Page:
Conservation Options for Landowners

A decision to protect land is a personal one. It involves your vision for the future of your land, the land itself, and your financial and tax circumstances. Because every situation is unique, Conserving Carolina offers several different options for landowners who want to protect scenic beauty and natural resources.

If you want to protect your land, these options may allow for you to achieve a personal dream: to forever protect an important part of the landscape. We’re happy to discuss the options that would be the best fit for your goals and your land. You can reach our land protection director, Tom Fanslow, at 828-697-5777 x. 204 or [email protected].

Here’s an overview of some of the main conservation options that may be available to you:

  • Donation of a conservation easement
  • Donation of land
  • Donation of a remainder interest
  • Bequest and living trust
  • Purchase of a conservation easement
  • Bargain-purchase of easements or land
  • Purchase of land
  • Right of first refusal or option
  • Bud and Randy
  • Lyda Family on Bearwallow Mountain
  • Tony, Tanya, Flo, and Kathy at Visit to Carl Sandburg House with Petermans
  • Joe Thomas on Hightop Mountain – by Rose Jenkins

Donation of a Conservation Easement

A conservation easement is the most widely used land protection tool available to landowners. Donating a conservation easement allows you to continue to own your land, while permanently protecting its resources. Easements are flexible and easily tailored to meet your needs. To donate a conservation easement, you will work with us to identify specific permitted uses of the property. These typically include agriculture, forestry, recreation, and other open space uses. The easement will limit or prohibit certain activities, including industrial, commercial, and residential development.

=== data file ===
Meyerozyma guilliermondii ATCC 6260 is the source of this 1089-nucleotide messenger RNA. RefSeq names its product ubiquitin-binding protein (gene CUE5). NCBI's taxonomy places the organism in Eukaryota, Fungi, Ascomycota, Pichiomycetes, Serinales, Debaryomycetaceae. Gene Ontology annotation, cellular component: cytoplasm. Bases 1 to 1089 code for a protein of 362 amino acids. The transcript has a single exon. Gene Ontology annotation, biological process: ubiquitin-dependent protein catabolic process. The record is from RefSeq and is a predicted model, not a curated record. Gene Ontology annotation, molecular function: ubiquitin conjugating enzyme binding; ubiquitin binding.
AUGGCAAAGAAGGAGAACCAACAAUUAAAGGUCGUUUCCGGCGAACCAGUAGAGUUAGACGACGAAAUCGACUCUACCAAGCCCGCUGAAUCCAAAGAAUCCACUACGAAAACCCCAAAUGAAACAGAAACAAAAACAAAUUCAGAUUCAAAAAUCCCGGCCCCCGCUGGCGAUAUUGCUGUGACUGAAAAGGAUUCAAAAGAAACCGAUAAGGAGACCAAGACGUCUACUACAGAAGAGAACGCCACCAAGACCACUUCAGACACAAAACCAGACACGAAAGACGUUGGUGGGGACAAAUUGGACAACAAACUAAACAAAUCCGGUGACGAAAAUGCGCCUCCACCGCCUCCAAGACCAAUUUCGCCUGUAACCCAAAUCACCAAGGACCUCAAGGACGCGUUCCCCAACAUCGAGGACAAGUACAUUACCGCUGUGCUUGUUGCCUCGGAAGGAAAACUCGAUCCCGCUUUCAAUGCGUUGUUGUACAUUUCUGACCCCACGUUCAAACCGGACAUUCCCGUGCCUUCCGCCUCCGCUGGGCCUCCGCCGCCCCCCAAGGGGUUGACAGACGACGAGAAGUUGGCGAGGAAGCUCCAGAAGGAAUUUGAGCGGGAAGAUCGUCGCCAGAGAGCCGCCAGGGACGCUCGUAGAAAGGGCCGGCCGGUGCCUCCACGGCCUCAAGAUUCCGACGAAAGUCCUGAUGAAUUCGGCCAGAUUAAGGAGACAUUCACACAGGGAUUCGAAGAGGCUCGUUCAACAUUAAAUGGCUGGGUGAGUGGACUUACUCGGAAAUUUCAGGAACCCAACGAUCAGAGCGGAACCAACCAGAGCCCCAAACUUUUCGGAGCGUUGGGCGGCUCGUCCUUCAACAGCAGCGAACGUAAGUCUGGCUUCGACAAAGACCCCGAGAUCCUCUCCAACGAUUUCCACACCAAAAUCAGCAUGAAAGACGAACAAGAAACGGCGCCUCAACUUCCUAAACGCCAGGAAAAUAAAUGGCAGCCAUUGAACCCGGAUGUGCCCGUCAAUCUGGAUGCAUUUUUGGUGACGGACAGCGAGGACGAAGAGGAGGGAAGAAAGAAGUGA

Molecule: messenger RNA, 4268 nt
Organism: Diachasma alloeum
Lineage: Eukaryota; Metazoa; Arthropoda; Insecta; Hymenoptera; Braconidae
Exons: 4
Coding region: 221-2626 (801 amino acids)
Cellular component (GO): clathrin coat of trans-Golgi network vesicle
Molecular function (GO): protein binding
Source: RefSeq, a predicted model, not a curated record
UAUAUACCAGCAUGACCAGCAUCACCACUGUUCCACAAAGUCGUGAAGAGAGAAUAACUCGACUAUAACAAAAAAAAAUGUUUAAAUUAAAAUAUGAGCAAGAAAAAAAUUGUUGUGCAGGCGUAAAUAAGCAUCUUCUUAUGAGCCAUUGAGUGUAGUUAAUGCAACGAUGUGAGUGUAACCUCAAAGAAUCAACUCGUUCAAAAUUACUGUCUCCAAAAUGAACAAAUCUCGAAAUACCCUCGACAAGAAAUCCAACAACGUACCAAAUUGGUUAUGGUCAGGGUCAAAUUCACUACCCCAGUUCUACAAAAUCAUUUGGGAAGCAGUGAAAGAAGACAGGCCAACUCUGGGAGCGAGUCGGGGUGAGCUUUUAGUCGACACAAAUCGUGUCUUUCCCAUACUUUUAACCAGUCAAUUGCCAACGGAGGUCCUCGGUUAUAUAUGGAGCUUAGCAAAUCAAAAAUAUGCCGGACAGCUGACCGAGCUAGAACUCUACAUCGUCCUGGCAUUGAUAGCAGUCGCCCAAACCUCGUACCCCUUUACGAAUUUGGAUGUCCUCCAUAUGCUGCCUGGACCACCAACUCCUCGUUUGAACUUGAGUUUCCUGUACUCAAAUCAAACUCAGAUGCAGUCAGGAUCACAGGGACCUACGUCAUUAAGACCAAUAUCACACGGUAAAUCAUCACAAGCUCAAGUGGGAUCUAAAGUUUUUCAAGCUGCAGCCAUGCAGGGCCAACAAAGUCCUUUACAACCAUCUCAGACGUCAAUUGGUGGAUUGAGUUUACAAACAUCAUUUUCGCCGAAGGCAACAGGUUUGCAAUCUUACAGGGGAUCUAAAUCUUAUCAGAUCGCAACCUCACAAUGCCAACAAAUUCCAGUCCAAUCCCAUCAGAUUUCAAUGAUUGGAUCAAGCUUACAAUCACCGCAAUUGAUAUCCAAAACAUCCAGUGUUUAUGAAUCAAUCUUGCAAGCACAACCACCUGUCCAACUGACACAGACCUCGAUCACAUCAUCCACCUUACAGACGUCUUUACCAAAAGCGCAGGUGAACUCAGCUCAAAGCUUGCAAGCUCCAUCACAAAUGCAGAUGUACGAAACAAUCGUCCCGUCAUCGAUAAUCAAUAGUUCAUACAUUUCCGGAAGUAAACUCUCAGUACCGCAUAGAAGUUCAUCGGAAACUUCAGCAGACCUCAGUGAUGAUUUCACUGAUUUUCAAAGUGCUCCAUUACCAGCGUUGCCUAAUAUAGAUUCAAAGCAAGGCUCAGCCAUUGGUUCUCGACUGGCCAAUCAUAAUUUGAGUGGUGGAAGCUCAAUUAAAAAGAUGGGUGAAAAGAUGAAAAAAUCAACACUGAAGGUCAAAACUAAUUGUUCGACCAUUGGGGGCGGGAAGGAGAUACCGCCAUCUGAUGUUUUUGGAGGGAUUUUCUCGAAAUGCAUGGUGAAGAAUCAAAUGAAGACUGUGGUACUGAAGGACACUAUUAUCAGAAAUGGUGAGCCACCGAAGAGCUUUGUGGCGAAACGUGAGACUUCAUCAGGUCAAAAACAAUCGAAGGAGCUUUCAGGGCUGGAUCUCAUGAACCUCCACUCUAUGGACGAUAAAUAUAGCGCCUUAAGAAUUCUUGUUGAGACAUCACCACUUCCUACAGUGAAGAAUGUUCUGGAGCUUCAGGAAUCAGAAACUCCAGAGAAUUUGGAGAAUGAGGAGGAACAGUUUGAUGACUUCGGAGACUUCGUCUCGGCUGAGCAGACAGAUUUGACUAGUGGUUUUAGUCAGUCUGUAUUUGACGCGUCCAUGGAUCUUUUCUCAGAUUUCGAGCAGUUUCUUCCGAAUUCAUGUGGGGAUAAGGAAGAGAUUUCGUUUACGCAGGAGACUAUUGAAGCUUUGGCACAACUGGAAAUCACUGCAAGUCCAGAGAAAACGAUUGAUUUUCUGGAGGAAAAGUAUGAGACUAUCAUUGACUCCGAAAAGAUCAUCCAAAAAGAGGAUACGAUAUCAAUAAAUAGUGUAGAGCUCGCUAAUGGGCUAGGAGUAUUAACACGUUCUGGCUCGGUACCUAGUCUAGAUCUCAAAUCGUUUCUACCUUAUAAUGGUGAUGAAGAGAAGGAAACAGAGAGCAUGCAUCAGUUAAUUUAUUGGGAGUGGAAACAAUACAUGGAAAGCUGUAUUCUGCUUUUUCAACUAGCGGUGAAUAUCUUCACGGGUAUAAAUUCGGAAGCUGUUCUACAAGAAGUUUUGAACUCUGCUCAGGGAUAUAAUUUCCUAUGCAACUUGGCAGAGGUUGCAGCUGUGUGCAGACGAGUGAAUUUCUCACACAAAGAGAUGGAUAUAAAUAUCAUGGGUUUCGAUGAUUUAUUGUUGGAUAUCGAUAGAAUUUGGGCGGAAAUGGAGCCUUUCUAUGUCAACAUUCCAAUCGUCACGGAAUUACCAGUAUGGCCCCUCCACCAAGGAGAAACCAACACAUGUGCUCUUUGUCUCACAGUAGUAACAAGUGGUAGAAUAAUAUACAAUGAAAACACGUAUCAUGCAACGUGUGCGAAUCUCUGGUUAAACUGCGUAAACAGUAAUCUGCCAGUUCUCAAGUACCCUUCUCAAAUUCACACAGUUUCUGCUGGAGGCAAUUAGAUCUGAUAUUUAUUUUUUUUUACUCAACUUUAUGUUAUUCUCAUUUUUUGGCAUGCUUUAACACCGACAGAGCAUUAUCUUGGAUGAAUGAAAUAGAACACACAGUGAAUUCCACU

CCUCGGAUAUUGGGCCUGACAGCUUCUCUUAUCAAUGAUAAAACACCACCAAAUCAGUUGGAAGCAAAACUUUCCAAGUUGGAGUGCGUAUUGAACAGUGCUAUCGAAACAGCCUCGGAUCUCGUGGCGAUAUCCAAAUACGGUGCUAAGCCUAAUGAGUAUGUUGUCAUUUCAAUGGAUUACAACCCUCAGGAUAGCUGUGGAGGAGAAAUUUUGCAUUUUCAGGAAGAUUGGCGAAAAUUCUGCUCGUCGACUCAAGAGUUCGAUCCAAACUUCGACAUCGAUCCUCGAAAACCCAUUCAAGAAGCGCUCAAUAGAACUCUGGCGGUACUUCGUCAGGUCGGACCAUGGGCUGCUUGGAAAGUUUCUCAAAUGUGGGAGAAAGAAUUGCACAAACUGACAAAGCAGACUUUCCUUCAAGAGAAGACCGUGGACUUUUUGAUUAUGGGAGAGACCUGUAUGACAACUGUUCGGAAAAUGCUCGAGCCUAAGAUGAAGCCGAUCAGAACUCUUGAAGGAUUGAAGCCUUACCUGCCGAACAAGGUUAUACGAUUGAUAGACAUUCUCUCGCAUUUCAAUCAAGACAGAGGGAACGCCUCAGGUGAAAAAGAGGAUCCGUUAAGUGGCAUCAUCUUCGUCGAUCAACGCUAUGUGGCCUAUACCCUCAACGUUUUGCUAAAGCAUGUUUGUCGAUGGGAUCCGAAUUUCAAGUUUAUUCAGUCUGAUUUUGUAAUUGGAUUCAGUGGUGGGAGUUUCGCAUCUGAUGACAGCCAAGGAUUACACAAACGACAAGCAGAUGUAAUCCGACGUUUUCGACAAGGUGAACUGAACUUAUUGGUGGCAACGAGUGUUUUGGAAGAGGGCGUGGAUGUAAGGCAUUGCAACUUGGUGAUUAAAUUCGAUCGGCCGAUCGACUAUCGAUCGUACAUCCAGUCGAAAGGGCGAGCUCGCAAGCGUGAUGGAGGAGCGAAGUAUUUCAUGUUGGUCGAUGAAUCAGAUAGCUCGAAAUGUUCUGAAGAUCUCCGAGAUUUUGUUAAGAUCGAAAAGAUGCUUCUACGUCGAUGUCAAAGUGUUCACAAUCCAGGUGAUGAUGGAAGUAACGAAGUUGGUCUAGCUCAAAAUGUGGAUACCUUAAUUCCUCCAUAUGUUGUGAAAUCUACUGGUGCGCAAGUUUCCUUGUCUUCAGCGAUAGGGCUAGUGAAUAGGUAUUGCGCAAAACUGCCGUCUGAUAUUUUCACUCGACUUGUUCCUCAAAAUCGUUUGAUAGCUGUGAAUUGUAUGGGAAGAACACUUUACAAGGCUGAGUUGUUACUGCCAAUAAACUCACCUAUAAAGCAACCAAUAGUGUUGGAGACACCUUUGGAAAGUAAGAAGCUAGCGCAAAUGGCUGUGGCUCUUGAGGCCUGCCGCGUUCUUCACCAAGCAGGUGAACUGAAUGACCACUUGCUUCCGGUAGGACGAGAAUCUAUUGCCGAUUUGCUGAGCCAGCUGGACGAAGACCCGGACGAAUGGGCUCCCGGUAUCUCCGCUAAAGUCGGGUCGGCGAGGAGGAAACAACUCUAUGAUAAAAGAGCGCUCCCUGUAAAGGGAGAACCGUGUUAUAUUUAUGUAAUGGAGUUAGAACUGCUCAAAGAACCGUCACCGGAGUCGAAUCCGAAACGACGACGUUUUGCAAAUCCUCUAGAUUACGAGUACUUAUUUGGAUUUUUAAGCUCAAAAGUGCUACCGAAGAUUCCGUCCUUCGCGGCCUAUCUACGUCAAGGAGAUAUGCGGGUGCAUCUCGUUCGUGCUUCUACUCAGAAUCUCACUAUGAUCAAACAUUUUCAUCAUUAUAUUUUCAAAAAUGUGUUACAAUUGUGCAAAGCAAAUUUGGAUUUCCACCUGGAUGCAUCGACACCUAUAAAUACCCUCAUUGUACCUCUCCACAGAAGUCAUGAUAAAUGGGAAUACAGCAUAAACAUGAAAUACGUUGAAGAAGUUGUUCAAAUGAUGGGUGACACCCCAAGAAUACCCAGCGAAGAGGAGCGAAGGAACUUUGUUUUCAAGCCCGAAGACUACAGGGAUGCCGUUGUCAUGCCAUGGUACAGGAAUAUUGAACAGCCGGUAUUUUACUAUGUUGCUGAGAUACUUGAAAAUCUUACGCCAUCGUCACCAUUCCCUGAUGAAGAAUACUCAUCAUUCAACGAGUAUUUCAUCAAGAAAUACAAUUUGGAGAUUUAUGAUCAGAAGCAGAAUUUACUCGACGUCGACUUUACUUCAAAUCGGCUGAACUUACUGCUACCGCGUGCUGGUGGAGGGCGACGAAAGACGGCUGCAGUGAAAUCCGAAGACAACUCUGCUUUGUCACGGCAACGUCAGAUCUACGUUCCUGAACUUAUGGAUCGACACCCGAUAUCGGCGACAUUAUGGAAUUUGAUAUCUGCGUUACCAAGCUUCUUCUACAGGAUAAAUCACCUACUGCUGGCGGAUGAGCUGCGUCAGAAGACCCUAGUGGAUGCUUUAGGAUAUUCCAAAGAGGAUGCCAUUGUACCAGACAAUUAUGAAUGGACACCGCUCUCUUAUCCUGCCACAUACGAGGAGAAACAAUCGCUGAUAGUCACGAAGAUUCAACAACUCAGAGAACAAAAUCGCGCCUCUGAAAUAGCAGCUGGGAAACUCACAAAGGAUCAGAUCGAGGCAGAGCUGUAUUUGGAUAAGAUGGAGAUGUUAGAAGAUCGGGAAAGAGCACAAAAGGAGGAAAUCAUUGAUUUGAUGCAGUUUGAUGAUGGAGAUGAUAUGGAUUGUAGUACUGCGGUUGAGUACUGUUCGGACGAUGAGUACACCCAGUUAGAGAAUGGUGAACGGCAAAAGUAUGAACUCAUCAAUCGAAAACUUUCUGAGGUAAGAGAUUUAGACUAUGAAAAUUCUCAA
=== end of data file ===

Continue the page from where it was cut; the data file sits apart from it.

Conservation easements are designed to forever conserve the important natural resources of each property. An easement may cover portions of a property or the entire parcel. It is legally binding on all future owners and will be monitored by Conserving Carolina’s stewardship staff.

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Donation of Land

An outright gift of land for conservation is one of the most generous legacies you can leave for future generations. Throughout our region there are parks, forestlands, and scenic open spaces that the public enjoys because of the long-term vision of conservation-minded landowners.

Donating land has many benefits. It can be a relatively simple and quick transaction that:

  • Assures the permanent protection of a family property.
  • Provides a charitable income tax-deduction for the full fair market value of the land.
  • Avoids capital gains taxes on appreciated land.
  • Removes the property from the donor’s taxable estate.
  • Releases the donor from the expense and the responsibility of managing the land.
  • Provides long-term support for Conserving Carolina.

In all cases, before accepting the gift, we consult with the landowner to discuss potential outcomes, both in terms of conservation restrictions and future ownership. If the land offers important public benefit, we might place conservation restrictions on the land and convey the property to a unit of government to provide public access. Or a tract may meet a strategic need for us, perhaps by making a connection in a trail network or offering an exceptional educational opportunity. In that case, we may want to retain ownership of the land.   

If the landowner and the Conservancy determine that  private ownership is the best outcome for the donated land, we will discuss placement of a permanent conservation easement on the property prior  to a sale. The sales proceeds will support our work throughout western North Carolina and upstate South Carolina—so your gift keeps giving.

Donation of a Remainder Interest

This is option is much like a gift by will.  You continue to own and manage your land, but immediately upon your death title to the land transfers to Conserving Carolina. You have converted your ownership to a life estate, and donated the remainder interest to the land trust.

With a gift of a remainder interest, you and your beneficiaries continue to own the land. At the end of a so-called measuring life (typically yours or the life of a family member,  title and control of the property automatically transfers to Conserving Carolina. As is the case with any proposed gift of land to the Conservancy, we must consult with the owner to learn the intent behind the gift, and the owner’s expectations for future outcomes for the land.

The donation of a remainder interest offers several advantages: